In the course of a normal work week—if any of my work weeks can be called “normal”—I get asked a question or two. Or fifty. And, while there are no stupid questions, or so I was told by my second-grade teacher, Mrs. Hoffmann, some questions prompt more illuminating answers than others do. So I’ve picked a few that clients and others have asked recently, along with my answers (cleaned up a bit, probably, to make me sound more polite and knowledgeable this time around), in the hope that they might help someone out there in Writerworld.
The novel I have just started writing requires 4 POV characters to work. Is this a problem, considering I am unpublished?
I don’t think being unpublished has anything to do with it (though, sure, there are some things—like writing in omniscient POV—that I don’t recommend for any but the most accomplished and established writers). But you’re right to ask the question because, unless you’re writing a Russian novel, it’s possible to have too many POV characters. Four could work if you’re careful and skilled—and confident—but I wouldn’t try more than that.
Why should I work hard to get just the right title for my book proposal when the publisher will probably change it anyway?
Well, yes, a publisher may eventually change it; but you can’t shop and sell it without a really strong title (and perhaps subtitle). Remember, you have one chance for your proposal to make an irresistible first impression on an editor. The title is a big part of that.
I just learned there’s another novel soon to release that has several similarities to mine. Is this reason for concern? Should I stop and revamp?
Whatever you do, don’t read it. And don’t worry about the similarities. Your story will be yours. It may (or may not) affect how that book’s publisher receives your proposal but shouldn’t kill your project.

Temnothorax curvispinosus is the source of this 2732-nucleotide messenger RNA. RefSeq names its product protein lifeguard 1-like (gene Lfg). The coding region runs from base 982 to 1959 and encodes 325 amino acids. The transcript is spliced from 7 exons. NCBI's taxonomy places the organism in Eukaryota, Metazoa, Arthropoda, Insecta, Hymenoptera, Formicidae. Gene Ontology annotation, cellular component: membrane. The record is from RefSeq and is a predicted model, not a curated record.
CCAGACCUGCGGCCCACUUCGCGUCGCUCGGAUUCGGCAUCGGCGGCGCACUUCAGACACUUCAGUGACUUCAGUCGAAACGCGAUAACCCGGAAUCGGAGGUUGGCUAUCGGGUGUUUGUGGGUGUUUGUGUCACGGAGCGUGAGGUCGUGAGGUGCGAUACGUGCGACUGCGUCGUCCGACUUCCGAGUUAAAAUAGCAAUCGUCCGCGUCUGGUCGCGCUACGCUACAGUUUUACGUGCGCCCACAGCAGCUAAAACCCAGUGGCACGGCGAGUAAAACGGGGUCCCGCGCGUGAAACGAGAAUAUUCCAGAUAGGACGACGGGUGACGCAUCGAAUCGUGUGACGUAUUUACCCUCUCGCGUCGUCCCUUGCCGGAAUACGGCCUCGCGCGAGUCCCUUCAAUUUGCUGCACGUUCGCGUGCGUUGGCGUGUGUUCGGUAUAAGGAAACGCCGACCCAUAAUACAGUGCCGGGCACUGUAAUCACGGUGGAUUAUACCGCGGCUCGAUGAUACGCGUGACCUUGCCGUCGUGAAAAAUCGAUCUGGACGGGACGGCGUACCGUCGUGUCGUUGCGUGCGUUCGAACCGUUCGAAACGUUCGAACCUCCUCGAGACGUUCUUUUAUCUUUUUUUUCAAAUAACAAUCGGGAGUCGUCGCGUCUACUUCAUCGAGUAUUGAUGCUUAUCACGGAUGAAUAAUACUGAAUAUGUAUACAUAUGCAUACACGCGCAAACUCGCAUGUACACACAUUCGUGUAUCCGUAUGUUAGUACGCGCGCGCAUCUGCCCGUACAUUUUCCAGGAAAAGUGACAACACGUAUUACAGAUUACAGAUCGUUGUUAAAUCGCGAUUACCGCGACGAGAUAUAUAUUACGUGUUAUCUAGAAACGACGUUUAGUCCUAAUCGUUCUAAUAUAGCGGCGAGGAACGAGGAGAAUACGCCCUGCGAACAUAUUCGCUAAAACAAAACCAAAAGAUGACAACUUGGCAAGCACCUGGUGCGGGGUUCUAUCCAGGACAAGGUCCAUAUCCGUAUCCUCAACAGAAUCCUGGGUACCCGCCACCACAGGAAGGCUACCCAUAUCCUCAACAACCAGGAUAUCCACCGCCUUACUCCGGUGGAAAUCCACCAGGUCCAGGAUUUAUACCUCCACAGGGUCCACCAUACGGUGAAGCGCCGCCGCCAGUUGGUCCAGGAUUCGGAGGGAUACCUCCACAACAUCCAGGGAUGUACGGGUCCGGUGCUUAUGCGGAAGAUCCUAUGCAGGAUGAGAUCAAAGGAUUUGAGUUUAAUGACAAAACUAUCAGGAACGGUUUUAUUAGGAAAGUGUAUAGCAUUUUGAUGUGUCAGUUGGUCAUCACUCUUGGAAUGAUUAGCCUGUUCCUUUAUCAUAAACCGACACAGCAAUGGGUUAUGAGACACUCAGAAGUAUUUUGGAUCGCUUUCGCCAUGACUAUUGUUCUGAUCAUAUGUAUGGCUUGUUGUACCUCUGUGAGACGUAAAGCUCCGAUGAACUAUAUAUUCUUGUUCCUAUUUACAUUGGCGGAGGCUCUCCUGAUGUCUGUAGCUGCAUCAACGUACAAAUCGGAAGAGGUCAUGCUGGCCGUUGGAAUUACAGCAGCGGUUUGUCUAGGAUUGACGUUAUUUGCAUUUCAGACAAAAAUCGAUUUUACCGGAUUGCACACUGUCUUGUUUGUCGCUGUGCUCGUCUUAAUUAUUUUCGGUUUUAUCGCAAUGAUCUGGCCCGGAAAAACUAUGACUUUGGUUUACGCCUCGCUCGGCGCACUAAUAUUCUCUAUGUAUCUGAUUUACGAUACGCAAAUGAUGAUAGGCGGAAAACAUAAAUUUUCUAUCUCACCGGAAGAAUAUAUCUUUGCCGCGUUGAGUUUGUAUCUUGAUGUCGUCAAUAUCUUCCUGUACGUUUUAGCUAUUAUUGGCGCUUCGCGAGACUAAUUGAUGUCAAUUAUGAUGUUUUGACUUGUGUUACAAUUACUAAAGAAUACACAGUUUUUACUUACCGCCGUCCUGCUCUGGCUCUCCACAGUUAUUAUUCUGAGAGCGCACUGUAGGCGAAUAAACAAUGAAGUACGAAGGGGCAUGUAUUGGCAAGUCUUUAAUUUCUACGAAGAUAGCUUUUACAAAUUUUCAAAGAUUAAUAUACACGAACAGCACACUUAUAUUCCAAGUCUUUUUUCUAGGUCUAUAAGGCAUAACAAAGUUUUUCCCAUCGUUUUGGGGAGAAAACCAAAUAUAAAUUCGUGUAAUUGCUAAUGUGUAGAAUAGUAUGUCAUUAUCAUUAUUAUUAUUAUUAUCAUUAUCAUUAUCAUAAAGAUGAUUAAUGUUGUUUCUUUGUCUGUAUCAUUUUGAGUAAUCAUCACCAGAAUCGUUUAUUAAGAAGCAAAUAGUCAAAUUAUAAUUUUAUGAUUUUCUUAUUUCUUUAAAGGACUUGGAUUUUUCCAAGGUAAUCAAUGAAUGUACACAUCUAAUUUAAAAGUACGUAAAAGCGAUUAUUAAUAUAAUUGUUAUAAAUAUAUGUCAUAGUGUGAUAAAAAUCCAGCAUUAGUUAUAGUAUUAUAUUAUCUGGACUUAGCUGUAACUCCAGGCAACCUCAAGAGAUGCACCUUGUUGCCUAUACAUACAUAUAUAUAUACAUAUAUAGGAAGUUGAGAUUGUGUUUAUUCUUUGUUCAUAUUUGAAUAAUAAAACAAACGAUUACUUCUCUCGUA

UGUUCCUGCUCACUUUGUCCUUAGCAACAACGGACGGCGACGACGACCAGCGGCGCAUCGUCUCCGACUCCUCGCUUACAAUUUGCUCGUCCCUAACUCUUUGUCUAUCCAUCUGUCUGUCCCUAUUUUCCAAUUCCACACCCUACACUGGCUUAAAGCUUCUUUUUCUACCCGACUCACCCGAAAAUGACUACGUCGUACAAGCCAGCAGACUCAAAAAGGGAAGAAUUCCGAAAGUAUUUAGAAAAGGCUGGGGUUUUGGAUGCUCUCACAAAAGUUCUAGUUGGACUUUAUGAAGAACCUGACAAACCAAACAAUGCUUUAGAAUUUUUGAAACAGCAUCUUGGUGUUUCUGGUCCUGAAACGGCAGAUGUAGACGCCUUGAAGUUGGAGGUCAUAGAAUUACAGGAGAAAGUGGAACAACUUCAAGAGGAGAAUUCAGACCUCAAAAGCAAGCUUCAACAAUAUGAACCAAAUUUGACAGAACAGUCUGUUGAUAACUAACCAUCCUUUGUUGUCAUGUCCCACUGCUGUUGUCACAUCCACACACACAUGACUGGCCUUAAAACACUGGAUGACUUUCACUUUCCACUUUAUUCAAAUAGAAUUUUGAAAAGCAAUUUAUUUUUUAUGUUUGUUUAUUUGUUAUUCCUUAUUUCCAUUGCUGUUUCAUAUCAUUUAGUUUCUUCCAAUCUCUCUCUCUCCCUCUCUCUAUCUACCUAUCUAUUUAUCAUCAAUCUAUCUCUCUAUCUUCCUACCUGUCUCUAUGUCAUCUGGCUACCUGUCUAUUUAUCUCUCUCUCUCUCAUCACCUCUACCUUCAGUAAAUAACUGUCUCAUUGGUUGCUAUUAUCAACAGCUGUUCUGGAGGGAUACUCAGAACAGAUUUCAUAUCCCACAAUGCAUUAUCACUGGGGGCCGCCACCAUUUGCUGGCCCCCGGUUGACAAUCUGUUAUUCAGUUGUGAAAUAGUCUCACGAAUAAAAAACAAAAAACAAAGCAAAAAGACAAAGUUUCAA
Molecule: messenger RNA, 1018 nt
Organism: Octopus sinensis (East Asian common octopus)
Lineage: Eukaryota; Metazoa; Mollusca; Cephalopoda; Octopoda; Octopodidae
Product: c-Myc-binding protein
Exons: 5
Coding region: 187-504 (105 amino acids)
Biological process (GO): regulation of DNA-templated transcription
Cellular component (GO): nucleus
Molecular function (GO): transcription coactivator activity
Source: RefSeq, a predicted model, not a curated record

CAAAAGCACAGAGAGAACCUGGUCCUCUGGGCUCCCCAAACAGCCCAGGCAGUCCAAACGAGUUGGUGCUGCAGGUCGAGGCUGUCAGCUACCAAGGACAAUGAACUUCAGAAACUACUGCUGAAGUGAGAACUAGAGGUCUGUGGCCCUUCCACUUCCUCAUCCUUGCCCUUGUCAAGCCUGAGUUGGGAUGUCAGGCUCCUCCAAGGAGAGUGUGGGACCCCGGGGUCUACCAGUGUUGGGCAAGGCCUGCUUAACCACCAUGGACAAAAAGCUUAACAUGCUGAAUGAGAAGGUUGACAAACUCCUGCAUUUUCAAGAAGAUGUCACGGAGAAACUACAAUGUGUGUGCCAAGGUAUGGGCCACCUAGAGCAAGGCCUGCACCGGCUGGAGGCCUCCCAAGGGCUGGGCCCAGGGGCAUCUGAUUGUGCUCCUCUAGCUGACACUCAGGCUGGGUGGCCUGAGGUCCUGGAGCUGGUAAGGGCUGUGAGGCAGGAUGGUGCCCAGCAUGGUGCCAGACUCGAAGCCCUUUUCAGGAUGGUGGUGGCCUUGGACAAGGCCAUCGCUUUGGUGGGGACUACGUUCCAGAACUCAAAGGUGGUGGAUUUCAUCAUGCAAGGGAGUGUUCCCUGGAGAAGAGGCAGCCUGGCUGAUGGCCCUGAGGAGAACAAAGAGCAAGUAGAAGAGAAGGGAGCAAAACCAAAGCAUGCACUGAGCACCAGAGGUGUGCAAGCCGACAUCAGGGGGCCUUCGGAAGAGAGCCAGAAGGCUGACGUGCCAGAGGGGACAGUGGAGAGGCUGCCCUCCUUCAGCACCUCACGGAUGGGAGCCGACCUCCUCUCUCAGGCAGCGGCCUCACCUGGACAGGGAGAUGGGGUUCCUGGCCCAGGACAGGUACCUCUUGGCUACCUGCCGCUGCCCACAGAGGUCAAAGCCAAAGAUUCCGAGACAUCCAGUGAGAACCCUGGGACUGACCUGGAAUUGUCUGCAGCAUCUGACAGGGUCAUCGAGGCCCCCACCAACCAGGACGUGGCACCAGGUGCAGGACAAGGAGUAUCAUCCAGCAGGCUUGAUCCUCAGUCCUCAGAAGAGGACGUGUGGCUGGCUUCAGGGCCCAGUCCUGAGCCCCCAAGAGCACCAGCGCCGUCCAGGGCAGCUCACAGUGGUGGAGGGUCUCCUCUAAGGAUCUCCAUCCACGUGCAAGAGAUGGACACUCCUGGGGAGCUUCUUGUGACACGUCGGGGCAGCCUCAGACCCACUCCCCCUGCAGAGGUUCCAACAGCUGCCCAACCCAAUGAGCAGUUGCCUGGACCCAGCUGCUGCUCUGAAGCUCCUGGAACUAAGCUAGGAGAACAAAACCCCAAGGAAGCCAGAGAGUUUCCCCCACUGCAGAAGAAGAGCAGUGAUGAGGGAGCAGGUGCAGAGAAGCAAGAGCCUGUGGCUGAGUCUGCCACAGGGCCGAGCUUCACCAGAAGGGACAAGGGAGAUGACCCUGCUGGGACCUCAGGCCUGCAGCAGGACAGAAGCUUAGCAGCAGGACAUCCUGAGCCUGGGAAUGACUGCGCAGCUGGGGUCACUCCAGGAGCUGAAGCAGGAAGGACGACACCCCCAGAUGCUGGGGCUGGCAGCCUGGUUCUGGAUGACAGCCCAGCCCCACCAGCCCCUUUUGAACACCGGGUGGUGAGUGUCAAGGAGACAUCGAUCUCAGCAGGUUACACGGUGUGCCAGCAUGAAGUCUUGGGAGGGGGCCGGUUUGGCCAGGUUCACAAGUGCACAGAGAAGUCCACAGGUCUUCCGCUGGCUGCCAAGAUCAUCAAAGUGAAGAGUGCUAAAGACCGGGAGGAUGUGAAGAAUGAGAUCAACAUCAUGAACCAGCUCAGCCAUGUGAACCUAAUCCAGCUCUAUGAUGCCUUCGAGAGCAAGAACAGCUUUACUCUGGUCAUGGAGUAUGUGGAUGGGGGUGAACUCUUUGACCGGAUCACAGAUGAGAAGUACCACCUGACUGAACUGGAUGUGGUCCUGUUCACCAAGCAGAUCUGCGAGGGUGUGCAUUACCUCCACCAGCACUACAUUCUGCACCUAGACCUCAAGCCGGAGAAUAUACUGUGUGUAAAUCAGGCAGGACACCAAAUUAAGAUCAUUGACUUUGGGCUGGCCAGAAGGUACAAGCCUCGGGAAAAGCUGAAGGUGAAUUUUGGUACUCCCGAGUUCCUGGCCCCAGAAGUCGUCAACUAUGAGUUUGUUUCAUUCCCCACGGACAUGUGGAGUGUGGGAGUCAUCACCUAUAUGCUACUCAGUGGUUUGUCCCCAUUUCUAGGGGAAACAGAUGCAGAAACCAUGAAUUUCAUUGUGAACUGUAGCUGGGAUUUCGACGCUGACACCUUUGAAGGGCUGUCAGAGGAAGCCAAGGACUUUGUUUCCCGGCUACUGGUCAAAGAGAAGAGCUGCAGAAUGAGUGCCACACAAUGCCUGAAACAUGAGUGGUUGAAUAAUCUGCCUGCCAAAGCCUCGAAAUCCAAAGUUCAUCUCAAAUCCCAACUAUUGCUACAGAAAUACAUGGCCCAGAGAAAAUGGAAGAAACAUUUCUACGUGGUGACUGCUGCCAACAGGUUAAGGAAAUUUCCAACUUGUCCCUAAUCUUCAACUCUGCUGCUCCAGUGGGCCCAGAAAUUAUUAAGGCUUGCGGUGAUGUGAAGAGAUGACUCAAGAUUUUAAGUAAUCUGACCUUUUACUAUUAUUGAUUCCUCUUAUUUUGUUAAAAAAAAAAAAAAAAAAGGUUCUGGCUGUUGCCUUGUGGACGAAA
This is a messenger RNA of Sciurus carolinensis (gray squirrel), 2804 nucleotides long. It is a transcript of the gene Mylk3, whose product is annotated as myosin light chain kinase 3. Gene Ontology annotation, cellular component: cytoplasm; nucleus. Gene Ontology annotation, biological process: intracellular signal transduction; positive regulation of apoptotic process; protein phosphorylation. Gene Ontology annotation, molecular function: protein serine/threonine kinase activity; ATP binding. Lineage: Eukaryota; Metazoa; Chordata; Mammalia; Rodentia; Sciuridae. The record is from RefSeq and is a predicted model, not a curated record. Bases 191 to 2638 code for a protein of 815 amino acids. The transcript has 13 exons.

Do I need to steer clear of pitching article ideas that are in the same wheelhouse as the book I plan to pitch?
On the contrary, write and publish all the articles you can in the same wheelhouse (though I don’t suggest compiling a book from your blog posts and articles; that’s a different story). It can actually help your case when you’re ready to pitch a book to be able to mention that you’ve published articles along the same lines as your book idea.
Are you able to explain why Christian publishers—who believe in an afterlife, obviously—cannot fathom ghost-whisperers?
This one made me chuckle. True, Christian publishers do believe in an afterlife. But they tend to be pretty careful about concepts—like ghost-whispering—that ignore, depart from, or conflict with orthodox Christian belief. In general, ghosts and ghost-whisperers would fit that description; and pitching a “ghost-whisperer” book to a Christian publisher suggests that the writer doesn’t fully understand the publisher or the market.
Questions like these remind me that, as a client recently said, “I have so much to learn!” We all do. Writing for publication isn’t for the faint of heart, nor for the person who believes he or she knows everything. Because none of us do. Except maybe my boss.
Ignorance Exposure Alert: I don’t even know what a ghost-whisperer is. But Google is my friend. I’ll know shortly.
Thank you, Bob. I’ve often wondered about the title question as I’ve watched my carefully-crafted title vanish at the publisher.